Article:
Angels return to play with Adenhart on their minds

April 11, 2009

ANAHEIM, Calif. (AP) -- Torii Hunter and John Lackey stood on the pitcher's mound at Angel Stadium, each holding Nick Adenhart's jersey, their caps off and heads bowed.

The rest of the Los Angeles Angels took their places along the third-base line, while the Boston Red Sox lined up on the first-base side. The pregame music went quiet and a hush fell over the red-clad crowd.

The Angels paid tribute Friday night with a moment of silence for Adenhart, a 2004 Williamsport High School graduate, and two of his friends who were killed about 36 hours earlier in a car crash after being broadsided by a suspected drunk driver.a

Andrew Thomas Gallo, a 22-year-old from San Gabriel, was charged with three counts of murder by the Orange County district attorney on Friday. He ran a red light in his minivan and hit the car carrying Adenhart and his friends, police said.


Hours later, Adenhart's smiling face appeared on the stadium's video board, followed by clips of him pitching six scoreless innings Wednesday against Oakland in the best game of his brief major league career.

Cameras flashed in the stands as the teams and crowd stood silently. Then Lackey and Hunter hugged before Lackey carried Adenhart's jersey back to the dugout.

Hunter jogged slowly toward center field, headed to the black-and-white picture of Adenhart on the wall. Hunter touched the photo next to No. 34 and Adenhart's name in a black circle, then took his usual position to start the game.

Angels players wore a No. 34 patch on their uniforms. Adenhart's number also was painted in red on the back slope of the pitcher's mound, where he had struck out opposing batters two nights earlier.

He was at his locker that night when teammate Joe Saunders leaned over, patted the rookie on the back and said, "Great job."

Saunders now wishes he had said so much more. But at the time those simple words let Adenhart know what he had longed to hear -- that he finally belonged in the big leagues with the Angels after trying to get there for nearly five years.

"He gave us a chance to win and I knew he was really proud of that," Saunders recalled. "I know he felt elated that he pitched such a great game. That's what I'm going to remember."

The Angels, their fans and Adenhart's parents held tightly to their memories Friday, cold comfort to a group still stunned by the sudden deaths of the 22-year-old pitcher and his friends Courtney Stewart and Henry Pearson.

Gallo had nearly triple the legal blood-alcohol level and could get nearly 55 years to life in prison if convicted of all charges, police said.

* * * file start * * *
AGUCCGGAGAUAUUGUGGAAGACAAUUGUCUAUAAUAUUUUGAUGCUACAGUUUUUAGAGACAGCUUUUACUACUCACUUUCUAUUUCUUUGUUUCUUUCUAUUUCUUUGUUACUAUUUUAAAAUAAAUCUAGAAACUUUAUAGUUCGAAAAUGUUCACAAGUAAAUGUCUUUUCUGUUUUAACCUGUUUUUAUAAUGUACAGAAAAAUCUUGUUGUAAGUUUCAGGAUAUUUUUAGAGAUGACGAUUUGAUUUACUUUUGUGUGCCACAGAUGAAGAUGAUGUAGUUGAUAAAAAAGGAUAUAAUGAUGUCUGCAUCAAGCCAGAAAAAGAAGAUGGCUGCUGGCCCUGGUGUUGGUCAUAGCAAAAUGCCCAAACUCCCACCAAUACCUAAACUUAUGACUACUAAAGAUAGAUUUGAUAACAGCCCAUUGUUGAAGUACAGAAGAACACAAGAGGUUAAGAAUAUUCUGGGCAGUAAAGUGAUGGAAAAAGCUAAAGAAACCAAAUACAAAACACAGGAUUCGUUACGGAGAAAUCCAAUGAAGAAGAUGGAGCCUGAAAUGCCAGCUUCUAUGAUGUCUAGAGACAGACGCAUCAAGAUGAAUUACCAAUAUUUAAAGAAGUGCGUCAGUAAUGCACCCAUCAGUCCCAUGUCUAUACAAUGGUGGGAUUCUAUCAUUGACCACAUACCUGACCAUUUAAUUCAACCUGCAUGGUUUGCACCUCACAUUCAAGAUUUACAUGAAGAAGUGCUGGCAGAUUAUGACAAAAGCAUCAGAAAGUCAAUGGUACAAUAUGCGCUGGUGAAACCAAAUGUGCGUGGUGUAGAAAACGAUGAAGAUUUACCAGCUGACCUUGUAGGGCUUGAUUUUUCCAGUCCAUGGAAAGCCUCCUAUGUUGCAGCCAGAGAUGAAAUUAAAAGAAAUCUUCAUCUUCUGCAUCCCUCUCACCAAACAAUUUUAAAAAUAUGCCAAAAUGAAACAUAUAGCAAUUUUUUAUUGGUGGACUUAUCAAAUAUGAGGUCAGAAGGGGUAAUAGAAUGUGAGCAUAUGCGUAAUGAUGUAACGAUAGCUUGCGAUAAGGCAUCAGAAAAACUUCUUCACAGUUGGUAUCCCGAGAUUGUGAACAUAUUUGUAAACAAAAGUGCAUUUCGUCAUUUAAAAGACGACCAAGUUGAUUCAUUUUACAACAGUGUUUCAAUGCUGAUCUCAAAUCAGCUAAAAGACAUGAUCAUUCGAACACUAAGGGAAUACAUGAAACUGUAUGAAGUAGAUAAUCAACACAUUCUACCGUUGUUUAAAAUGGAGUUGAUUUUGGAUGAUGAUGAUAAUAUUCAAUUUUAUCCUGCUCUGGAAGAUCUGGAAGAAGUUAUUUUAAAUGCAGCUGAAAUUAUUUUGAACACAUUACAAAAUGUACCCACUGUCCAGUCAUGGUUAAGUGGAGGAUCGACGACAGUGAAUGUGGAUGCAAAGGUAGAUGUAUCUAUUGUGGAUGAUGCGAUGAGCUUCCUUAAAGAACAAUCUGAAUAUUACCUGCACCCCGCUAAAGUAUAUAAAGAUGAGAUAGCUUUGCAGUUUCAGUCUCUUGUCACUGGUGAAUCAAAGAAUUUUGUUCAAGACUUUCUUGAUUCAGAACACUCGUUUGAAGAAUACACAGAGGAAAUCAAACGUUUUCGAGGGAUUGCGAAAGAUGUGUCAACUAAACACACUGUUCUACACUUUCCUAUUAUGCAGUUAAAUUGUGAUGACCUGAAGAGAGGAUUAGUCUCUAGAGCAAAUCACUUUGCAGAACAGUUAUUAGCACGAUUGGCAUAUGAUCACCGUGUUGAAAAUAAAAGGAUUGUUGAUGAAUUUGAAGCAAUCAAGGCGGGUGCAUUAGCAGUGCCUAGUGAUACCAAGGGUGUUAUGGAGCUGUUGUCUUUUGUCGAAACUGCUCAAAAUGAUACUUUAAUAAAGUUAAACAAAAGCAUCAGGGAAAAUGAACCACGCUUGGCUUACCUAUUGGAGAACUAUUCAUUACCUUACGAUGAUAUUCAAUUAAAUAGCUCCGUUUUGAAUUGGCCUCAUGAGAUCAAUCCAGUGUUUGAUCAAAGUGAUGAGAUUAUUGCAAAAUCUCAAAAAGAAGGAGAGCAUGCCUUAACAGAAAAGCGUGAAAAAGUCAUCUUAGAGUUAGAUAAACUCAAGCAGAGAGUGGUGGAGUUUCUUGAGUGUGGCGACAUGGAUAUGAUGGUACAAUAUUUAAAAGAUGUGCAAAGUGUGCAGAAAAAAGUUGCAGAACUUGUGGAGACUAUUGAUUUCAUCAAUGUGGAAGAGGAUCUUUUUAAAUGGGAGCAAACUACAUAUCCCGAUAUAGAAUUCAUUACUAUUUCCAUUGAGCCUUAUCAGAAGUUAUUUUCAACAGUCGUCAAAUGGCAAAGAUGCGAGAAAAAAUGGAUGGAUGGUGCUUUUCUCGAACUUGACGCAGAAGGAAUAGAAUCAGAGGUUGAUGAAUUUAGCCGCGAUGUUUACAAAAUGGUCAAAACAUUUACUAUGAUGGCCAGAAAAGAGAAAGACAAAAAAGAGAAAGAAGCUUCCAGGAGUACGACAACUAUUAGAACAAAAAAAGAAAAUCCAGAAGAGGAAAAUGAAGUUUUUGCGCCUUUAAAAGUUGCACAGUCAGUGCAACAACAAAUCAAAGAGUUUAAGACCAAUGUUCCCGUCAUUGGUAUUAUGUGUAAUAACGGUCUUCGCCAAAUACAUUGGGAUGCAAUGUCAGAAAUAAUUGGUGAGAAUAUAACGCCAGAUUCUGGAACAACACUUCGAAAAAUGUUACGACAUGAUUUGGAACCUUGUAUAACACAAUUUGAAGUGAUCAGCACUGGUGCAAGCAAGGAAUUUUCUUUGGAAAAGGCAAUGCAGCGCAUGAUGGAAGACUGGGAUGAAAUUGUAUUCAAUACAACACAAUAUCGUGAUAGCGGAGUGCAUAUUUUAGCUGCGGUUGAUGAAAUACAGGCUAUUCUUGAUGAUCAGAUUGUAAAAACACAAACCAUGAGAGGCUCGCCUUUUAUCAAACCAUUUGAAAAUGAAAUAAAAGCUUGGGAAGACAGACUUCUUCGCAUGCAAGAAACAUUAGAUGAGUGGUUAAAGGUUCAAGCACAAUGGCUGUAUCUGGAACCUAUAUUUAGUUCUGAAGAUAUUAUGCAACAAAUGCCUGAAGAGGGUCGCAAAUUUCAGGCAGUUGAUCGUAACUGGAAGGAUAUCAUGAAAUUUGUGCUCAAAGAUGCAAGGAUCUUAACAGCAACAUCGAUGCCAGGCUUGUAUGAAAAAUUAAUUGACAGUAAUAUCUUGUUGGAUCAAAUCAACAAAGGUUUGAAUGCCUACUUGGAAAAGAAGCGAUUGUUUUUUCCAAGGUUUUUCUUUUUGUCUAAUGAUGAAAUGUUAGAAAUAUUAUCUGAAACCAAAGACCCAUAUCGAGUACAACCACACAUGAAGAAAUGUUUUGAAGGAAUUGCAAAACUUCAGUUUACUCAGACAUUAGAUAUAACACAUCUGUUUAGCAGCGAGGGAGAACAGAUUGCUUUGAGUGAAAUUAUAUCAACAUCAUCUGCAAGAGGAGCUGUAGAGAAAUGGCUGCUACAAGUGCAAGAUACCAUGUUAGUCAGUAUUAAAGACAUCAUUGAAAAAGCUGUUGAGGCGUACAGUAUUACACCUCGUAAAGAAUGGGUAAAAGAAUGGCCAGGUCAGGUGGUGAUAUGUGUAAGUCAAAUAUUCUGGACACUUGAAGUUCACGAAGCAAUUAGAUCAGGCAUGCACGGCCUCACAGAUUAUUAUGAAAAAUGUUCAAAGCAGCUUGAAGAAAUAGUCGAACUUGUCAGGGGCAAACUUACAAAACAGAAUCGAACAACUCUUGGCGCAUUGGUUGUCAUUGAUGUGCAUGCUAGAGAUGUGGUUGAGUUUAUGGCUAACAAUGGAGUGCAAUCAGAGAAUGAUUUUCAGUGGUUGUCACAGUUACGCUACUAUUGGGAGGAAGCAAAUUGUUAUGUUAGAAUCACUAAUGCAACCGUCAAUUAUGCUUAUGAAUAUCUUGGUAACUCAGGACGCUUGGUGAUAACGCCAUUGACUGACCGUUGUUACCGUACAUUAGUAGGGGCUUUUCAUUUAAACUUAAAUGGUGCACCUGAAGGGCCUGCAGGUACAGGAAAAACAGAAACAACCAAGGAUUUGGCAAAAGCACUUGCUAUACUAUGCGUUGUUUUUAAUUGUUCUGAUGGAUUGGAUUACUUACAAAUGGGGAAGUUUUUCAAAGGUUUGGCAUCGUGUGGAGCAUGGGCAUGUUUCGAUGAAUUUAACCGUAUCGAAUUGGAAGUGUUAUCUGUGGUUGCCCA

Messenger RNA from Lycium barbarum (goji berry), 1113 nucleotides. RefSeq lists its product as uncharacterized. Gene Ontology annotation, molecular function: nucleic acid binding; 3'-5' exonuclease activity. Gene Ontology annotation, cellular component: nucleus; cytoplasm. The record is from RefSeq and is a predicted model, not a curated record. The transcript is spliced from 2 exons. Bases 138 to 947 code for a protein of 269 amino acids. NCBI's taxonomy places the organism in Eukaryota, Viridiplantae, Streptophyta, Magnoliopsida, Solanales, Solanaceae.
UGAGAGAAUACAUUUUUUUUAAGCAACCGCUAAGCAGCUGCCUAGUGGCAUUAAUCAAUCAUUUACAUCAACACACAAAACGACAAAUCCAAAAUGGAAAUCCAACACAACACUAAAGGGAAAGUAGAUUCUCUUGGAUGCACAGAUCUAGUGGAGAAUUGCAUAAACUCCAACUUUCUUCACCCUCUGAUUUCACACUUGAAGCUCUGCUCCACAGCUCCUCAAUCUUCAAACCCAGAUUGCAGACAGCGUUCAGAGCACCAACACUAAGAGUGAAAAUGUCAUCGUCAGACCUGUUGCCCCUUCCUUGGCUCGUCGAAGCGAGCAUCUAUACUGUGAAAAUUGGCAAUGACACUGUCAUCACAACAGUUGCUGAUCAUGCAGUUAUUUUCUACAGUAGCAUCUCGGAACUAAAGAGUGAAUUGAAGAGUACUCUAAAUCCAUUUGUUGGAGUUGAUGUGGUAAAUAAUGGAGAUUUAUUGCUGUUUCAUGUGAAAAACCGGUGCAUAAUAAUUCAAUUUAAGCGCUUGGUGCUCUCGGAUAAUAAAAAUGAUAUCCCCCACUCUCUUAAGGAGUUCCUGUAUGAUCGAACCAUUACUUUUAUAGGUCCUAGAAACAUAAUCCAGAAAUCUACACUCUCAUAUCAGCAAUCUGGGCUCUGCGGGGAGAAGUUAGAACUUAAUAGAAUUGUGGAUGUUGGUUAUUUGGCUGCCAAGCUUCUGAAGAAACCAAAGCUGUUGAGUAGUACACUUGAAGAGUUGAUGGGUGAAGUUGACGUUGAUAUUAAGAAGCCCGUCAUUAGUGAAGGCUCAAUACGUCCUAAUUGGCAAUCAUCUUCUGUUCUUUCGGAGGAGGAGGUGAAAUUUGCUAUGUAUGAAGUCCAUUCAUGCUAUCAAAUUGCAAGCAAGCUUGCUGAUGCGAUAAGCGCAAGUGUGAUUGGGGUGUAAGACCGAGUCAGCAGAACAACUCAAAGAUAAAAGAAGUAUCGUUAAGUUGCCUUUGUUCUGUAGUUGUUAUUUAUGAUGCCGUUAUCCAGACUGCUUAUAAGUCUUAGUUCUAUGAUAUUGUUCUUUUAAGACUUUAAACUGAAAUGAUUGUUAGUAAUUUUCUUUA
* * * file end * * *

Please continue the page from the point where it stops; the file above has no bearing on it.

"Unfortunately, it happens every day in our world and it happened to touch us this week in a tragic way," Angels manager Mike Scioscia said.

Flags flew at half-staff at Angel Stadium and around the major leagues to honor a rookie who had accomplished little but showed the promise and potential for a long career.

Still wracked by grief, the Angels returned to work Friday against the Red Sox after postponing Thursday's game against Oakland to absorb the stunning news.

"We'll all be saying stuff to them during the game," Boston's Kevin Youkilis said. "I didn't know Nick at all, but I wish I would have met him and talked to him."

Red Sox manager Terry Francona and his coaches, usually joking or talking about the upcoming game, instead were silent as their cab approached Angel Stadium.

"You're supposed to show up and have fun going to the ballpark, but it doesn't seem like that is appropriate today," he said.

Angels pitching coach Mike Butcher was closest of all to Adenhart, having helped the rookie develop the mind-set he needed to challenge major league hitters throughout spring training.

Adenhart departed Wednesday's game with a 4-0 lead that the Angels' bullpen failed to hold, and the team wound up losing to Oakland, 6-4. Adenhart left the mound and Butcher walked up to his protege, asking him how the ball felt coming off his fingertips.

"Butch, I got it," Adenhart replied.

In recalling the moment Friday, Butcher paused to gather himself, tears glistening in his eyes.

"That was a pretty special moment to see a kid figure it out that early and understand it and own it," he said.

Butcher's cell phone rang at 2 a.m. on Thursday. Grabbing it, he glanced at the screen that identified the caller as Nick Adenhart. Butcher figured he was going to have to go get the rookie somewhere.

Instead, it was Jim Adenhart, explaining that his son had been in a car accident and was hospitalized in critical condition. The older Adenhart had traveled from Baltimore to Anaheim to watch the game at his son's request.

Butcher made his way to the hospital not fearing the worst.

The next few hours were a blur of conversations with Adenhart's father about his son and their family and a nurse who kept the men updated with what little information she had about the pitcher.

"I knew we weren't in a good situation at that point, no one was really coming out to talk to us," Butcher said.

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